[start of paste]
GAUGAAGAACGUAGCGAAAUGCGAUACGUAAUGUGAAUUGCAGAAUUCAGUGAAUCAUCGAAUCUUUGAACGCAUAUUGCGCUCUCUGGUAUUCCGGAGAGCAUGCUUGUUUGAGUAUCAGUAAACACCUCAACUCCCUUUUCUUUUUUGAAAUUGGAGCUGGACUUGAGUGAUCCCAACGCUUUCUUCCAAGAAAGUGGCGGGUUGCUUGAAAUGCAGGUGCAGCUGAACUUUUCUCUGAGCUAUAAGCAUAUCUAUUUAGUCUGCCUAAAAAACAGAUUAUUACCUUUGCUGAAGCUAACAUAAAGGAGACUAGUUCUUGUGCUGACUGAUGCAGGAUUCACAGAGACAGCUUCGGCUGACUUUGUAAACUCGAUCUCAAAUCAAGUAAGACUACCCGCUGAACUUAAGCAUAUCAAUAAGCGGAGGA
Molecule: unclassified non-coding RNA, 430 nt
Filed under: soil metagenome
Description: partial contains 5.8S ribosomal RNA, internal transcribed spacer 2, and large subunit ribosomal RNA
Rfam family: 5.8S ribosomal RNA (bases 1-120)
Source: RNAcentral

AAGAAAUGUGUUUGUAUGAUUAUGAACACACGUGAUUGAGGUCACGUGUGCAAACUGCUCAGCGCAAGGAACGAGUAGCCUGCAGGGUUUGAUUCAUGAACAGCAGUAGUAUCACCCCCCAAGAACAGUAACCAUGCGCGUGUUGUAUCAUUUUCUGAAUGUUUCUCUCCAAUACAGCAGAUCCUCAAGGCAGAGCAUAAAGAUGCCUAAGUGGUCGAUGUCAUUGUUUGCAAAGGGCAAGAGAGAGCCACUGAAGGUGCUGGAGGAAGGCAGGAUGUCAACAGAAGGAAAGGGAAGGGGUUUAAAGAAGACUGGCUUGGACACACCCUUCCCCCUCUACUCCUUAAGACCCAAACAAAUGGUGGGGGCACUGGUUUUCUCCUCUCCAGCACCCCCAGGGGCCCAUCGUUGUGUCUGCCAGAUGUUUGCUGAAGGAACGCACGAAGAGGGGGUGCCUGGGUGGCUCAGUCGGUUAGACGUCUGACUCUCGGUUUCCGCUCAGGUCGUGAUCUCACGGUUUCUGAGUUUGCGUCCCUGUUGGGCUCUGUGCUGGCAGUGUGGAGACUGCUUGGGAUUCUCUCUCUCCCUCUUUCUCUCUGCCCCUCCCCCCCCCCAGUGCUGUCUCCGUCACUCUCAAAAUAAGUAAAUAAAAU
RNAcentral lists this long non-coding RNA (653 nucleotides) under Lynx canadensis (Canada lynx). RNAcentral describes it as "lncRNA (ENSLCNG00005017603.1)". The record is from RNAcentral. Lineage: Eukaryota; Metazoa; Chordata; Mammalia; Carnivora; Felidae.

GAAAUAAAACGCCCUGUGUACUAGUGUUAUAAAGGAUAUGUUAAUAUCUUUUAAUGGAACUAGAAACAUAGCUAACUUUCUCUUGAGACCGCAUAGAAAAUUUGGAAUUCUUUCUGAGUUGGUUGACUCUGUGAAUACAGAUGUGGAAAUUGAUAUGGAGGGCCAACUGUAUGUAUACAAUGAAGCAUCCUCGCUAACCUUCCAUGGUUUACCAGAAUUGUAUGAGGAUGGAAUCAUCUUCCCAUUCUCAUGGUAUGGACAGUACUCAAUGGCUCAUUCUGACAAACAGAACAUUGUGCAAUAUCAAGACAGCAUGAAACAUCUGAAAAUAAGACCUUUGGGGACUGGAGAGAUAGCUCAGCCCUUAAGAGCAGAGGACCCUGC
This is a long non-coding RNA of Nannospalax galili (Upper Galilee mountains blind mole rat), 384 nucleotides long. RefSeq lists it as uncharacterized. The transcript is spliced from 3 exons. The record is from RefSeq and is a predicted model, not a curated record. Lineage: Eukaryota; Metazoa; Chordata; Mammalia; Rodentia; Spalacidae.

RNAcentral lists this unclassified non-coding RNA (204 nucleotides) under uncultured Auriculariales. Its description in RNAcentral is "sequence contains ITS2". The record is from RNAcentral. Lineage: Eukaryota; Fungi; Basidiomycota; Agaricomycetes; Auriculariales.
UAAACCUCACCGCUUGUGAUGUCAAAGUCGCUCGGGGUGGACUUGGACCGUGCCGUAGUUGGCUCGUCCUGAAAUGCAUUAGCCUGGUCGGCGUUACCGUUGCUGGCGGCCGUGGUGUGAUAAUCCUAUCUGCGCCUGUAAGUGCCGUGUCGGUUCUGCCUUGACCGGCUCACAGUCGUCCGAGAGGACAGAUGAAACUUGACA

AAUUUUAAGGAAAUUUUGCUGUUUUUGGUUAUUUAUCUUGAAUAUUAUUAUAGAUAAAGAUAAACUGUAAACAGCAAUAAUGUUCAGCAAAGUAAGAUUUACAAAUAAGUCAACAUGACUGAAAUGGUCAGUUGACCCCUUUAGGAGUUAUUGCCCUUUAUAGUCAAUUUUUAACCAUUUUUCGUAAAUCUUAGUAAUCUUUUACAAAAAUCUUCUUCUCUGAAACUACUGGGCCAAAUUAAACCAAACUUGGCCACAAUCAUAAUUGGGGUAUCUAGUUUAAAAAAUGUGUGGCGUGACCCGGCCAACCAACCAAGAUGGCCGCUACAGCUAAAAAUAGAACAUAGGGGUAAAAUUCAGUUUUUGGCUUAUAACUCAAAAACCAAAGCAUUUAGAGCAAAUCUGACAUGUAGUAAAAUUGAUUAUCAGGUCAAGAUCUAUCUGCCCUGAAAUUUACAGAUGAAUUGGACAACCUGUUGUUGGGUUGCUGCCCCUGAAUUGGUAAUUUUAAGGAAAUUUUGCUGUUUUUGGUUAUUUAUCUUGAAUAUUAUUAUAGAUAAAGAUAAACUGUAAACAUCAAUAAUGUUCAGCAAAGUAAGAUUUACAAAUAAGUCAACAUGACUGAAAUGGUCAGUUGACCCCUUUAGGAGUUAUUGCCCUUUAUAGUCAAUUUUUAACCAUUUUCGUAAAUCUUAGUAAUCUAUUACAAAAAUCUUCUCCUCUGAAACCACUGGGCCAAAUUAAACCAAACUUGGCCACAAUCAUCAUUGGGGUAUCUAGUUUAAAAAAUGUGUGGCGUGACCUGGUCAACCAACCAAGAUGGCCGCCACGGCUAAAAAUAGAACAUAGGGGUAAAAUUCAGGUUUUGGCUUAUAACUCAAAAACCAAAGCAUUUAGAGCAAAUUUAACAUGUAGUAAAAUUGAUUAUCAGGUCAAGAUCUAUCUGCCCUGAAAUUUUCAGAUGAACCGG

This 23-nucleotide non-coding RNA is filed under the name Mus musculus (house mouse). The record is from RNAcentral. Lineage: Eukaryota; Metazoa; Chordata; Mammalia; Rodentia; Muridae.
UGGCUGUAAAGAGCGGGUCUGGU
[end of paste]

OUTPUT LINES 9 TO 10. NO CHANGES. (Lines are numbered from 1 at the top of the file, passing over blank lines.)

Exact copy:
GAAAUAAAACGCCCUGUGUACUAGUGUUAUAAAGGAUAUGUUAAUAUCUUUUAAUGGAACUAGAAACAUAGCUAACUUUCUCUUGAGACCGCAUAGAAAAUUUGGAAUUCUUUCUGAGUUGGUUGACUCUGUGAAUACAGAUGUGGAAAUUGAUAUGGAGGGCCAACUGUAUGUAUACAAUGAAGCAUCCUCGCUAACCUUCCAUGGUUUACCAGAAUUGUAUGAGGAUGGAAUCAUCUUCCCAUUCUCAUGGUAUGGACAGUACUCAAUGGCUCAUUCUGACAAACAGAACAUUGUGCAAUAUCAAGACAGCAUGAAACAUCUGAAAAUAAGACCUUUGGGGACUGGAGAGAUAGCUCAGCCCUUAAGAGCAGAGGACCCUGC
This is a long non-coding RNA of Nannospalax galili (Upper Galilee mountains blind mole rat), 384 nucleotides long. RefSeq lists it as uncharacterized. The transcript is spliced from 3 exons. The record is from RefSeq and is a predicted model, not a curated record. Lineage: Eukaryota; Metazoa; Chordata; Mammalia; Rodentia; Spalacidae.